SCOTLAND is at the centre of a new initiative to provide free cash withdrawals in shops without a purchase as part of new plans to improve access to cash across the UK.

Next month marks the start of a new million pound pilot initiative which will allow consumers to withdraw cash from PayPoint terminals in shops without paying a fee.

Starting in October 2020 and forming part of the Community Access to Cash Pilots, the trial will initially be piloted in 15 shops across Cambuslang, Lanarkshire; Denny Burslem in Staffordshire and Hay-on-Wye in Breconshire.

If successful and if supported with an appropriate regulatory framework, LINK could roll-out this service to allow thousands of shops to provide free access to cash to local communities without the need for an ATM.

Retailers will be paid for providing the service by PayPoint and consumers using the service will be able to ask for coins as well as notes from the retailer via a paypoint terminal rather than be restricted to the denominations of notes dispensed by ATMs.

It comes as the Herald revealed how ATMs have been vanishing from Scotland’s high streets - sparking demands for better access to cash.

READ MORE: The South Lanarkshire town that was left with no banks

The nation lost 158 free-to-use cash machines in the space of just one month at the end of 2019 with 120 of them charging customers for the right to withdraw their money.

At the end of 2019 there were 4437 free-to-use ATMs in Scotland – a loss of nearly 1000 in two years. Meanwhile there were 1420 charging ATMs – a rise of nearly 500 over two years.

Cambuslang will also be home to one of three new 'banking hubs' which will be run by the Post Office and will be based in an empty retail outlet.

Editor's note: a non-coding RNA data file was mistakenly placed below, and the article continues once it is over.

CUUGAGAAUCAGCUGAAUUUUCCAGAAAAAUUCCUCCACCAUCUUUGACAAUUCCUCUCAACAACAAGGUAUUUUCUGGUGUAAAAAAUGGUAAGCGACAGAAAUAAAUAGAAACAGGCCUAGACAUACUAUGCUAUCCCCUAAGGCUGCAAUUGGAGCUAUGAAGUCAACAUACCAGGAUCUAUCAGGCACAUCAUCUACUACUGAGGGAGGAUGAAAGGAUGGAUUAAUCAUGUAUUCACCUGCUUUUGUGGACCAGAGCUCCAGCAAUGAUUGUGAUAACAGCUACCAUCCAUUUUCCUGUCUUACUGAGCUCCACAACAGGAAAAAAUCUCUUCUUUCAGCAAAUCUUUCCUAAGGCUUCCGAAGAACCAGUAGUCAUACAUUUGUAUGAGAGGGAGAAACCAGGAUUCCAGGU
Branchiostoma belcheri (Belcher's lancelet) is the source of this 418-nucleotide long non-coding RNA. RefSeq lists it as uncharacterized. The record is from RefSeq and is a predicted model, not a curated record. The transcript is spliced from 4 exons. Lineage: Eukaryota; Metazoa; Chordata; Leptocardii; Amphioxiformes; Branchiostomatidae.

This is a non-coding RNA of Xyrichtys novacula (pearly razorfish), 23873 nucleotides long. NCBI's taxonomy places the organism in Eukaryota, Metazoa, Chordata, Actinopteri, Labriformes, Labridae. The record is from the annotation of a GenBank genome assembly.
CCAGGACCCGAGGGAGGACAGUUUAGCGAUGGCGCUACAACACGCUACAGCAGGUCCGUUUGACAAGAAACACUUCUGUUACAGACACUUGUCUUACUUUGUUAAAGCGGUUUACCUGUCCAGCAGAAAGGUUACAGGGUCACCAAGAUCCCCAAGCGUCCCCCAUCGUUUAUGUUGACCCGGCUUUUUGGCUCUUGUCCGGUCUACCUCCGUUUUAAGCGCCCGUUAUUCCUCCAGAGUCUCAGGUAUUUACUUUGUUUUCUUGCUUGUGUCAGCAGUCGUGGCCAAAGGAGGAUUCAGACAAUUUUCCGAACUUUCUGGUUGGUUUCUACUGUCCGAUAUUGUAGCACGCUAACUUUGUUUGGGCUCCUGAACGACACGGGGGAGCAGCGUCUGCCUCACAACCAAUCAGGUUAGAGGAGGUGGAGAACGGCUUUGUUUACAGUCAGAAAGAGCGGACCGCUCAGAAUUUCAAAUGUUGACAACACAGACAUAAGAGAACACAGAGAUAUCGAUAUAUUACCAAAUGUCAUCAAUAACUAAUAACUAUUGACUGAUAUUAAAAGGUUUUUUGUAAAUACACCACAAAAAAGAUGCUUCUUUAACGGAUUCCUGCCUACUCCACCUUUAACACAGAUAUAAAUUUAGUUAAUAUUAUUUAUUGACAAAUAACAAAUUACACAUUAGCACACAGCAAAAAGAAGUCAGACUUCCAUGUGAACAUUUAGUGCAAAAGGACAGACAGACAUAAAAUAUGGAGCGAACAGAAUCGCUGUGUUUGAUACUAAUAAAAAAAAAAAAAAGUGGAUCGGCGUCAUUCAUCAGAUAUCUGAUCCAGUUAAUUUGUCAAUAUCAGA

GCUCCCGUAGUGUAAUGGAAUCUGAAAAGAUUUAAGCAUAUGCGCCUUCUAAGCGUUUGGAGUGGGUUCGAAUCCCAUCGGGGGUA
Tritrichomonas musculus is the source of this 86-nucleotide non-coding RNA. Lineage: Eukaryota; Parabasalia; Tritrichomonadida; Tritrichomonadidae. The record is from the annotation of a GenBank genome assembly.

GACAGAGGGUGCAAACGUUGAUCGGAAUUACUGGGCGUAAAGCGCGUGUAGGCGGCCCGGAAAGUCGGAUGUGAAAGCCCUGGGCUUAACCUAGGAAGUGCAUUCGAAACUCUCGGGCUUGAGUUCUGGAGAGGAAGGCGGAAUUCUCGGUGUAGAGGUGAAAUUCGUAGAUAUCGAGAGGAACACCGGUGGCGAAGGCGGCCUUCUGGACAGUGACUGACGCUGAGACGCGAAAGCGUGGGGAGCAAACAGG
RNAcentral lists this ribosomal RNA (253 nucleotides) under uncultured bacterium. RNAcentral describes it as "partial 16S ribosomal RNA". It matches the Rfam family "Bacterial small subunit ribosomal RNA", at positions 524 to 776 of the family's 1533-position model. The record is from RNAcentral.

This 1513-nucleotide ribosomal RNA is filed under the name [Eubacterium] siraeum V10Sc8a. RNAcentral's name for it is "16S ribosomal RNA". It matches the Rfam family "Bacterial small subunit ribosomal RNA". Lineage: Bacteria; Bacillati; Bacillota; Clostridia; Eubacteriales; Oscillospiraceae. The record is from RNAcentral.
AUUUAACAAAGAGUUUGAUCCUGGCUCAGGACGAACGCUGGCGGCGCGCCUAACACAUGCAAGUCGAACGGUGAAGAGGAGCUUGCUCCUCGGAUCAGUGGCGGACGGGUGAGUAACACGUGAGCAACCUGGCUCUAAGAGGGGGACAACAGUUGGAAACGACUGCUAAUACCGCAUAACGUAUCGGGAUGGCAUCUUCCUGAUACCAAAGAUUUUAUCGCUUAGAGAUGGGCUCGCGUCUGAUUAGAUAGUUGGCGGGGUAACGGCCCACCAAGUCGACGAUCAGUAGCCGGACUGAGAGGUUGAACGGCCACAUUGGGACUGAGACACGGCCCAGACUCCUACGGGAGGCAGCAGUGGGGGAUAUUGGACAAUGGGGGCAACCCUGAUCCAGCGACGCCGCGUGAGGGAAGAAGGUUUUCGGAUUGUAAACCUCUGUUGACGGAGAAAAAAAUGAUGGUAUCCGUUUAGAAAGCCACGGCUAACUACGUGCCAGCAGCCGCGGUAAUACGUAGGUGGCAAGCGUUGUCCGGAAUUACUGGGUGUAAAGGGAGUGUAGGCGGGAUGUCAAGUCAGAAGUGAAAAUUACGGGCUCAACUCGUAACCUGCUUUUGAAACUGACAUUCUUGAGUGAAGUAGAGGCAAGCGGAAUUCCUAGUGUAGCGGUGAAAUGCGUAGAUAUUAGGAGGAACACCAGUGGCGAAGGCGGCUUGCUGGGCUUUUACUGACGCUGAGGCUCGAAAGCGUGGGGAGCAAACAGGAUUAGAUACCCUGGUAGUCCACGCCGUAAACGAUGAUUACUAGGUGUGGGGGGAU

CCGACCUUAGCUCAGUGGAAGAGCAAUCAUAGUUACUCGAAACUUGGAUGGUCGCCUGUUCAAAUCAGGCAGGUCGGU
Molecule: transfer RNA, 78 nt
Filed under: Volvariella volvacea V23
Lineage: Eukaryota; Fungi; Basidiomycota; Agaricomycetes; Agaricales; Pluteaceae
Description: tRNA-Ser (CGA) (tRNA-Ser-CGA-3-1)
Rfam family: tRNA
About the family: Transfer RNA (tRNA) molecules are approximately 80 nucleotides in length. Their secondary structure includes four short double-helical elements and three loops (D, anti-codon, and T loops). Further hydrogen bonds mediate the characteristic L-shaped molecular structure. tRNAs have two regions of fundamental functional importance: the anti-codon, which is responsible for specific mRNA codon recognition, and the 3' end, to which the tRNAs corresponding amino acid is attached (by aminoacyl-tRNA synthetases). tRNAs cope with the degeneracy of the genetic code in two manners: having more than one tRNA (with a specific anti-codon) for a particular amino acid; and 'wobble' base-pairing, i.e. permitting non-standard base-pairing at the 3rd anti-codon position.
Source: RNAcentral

The hubs will be for banking services only, including paying in and withdrawing money and any major UK bank customer will be able to use it.

It came after feedback from locals in Cambuslang found that the existing post office was difficult to do transactional banking services because people were queuing and using wider services such as posting a parcel.

Cambuslang will also be part of a trial where community groups such as Citizens Advice will be able to provide support on issues such as mortgage and debt advice.

In Denny there are also plans to refurbish a post office to better meet community banking needs. Proposals also involve operating a "financial hub service" in a within a local supermarket which will include business deposit facilities.

There are also plans to operate a "financial hub service" in a within a local supermarket which will include business deposit facilities.

Natalie Ceeney, author of the Access to Cash Review, who chairs the Community Access to Cash Pilot said: “Cash remains critically important to both individuals and communities across the UK. The rapid switch to digital is threatening the viability of today’s cash infrastructure.

"This can lead to consumers left without cash access or forced to leave their own village or town to get cash elsewhere, often at significant inconvenience and cost. In turn, local retailers lose custom, as consumers spend their case elsewhere, and then struggle to bank their cash takings without shutting up shop to drive to a bank branch some miles away, losing revenue and frustrating customers. It’s critical that we find ways to protect the viability of cash, for consumers and communities alike."

“These pilots are designed to find sustainable ways to keep cash viable locally, which, if successful, can then be rolled out more widely. The government has already committed to legislate to protect cash, and the financial services regulators are working closely with banks to identify practical next steps. Our aim is to use the pilots to critically inform this work.